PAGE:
Braces are devices attached to the teeth to realign their position. Braces can be used to address a wide variety of dental issues from underbites, malocclusions, overbites, cross bites, open bites, deep bites, crooked teeth, and other problems with the teeth or jaw. They can be structural or cosmetic and are frequently used in tandem with other orthodontic devices to adjust the shape of the palate or jaw.
How Braces Work
The archwire moves the tooth in the desired direction which creates tension with the periodontal ligament. This manipulation of the periodontal blood flow causes a biological response which leads to bone remodeling. Bone is formed on one side by osteoblast cells and fused on the other side by osteoclasts.
Tooth movement usually occurs at a rate of around one millimeter per month, but there is a wide range of individual tooth variability. Different orthodontic devices can have varying degrees of efficacy, causing a diverse array of results depending on the type of treatment.
Installation of Braces
The dentist will perform a visual inspection of the teeth and if braces are recommended, will schedule a records appointment. For this follow-up appointment, molds, x-rays, and impressions will be made of the teeth so that they may be analyzed to determine the best course of action.
Generally, the treatment time for braces ranges from six months to six years. Surgery may be required depending on how severe the issues are.
Before the braces are applied, an etching solution is applied to the surface of the teeth to help the brackets and dental cement bond to the teeth. Then an intense light is shined on the cement until it hardens, a process which usually requires a few seconds per tooth.
Orthodontic spacers may be required to create room for molar bands to be installed at a later date. Molar bands are necessary to make sure that brackets will hold or when fillings or other dental work prevent the attachment of a bracket to a tooth.
Wire is threaded between the brackets and attached with rubber or metal ligatures. Before, the archwires had to be carefully bent, shaped, and frequently re-tightened for them to be effective. Modern technology has led to the development of nickel-titanium wires that are temperature-sensitive. At room temperature, the wires are flexible, but once the wires are heated up to body temperature, they become rigid and taut, creating a light tension to push or pull the teeth into position.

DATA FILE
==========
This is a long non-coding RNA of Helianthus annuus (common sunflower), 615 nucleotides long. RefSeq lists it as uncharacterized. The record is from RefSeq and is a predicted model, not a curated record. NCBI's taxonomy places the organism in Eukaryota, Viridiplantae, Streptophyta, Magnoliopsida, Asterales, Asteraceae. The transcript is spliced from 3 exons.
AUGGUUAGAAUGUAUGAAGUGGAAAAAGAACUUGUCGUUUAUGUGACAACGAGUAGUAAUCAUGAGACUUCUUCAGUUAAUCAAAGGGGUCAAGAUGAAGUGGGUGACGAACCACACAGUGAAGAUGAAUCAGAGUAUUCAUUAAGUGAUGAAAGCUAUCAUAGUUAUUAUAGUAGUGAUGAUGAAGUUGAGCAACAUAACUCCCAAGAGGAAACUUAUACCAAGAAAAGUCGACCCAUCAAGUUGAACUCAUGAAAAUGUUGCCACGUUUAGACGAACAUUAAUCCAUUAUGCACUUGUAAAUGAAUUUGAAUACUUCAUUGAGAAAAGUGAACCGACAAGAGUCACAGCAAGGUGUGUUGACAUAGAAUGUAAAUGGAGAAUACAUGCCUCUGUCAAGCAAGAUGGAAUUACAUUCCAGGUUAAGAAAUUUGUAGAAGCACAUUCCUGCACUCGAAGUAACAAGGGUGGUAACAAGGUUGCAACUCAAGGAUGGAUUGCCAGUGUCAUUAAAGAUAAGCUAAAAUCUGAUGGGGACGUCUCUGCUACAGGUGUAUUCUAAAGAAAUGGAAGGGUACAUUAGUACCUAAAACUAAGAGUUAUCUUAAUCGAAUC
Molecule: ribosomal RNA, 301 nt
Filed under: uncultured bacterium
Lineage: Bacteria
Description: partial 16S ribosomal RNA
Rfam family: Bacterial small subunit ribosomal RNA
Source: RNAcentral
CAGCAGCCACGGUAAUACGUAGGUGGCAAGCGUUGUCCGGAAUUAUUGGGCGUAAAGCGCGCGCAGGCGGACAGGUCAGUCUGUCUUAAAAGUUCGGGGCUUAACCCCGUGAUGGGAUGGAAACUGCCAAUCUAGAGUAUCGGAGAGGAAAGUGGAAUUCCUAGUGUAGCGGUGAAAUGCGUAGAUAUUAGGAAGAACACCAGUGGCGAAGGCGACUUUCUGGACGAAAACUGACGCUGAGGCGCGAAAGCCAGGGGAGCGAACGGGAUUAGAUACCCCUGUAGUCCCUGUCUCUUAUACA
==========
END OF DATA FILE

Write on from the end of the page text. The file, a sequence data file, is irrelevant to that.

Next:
Rubber bands of various size and strength are typically used to close open bites or adjust jaw alignment.
Overcrowding of teeth is a common problem and braces are often used in combination with tooth extraction or palate and arch expansion to alleviate the issue.
Some patients can require post orthodontic surgery such as a fiberotomy or a gum lift to improve the gumline after braces are removed.
Post Treatment for Braces
Retainers are usually required after treatment with braces is complete. Based on the individual patient’s needs, the orthodontist will recommend a retainer and the required amount of time for wear. If a patient discontinues use of the retainer, teeth could migrate back to their original positions.
Some patients may not be ready for a retainer, and in those cases, the orthodontist will suggest the use of a pre-finisher. A pre-finisher is a rubber appliance similar to a mouthguard that is designed to close the gaps between the teeth and small spaces between the jaw which could worsen. These are minor issues which are typically unable to be corrected by braces alone.
What is the Cost of Braces?
The cost of braces can vary, and the final price is determined by a few different factors. The type of braces, the particular dentist, and the geographical location can all affect the total price.
Are There Financing Options for Braces?
There are! Click here to learn more about Dental Loans and the different braces financing options available for you!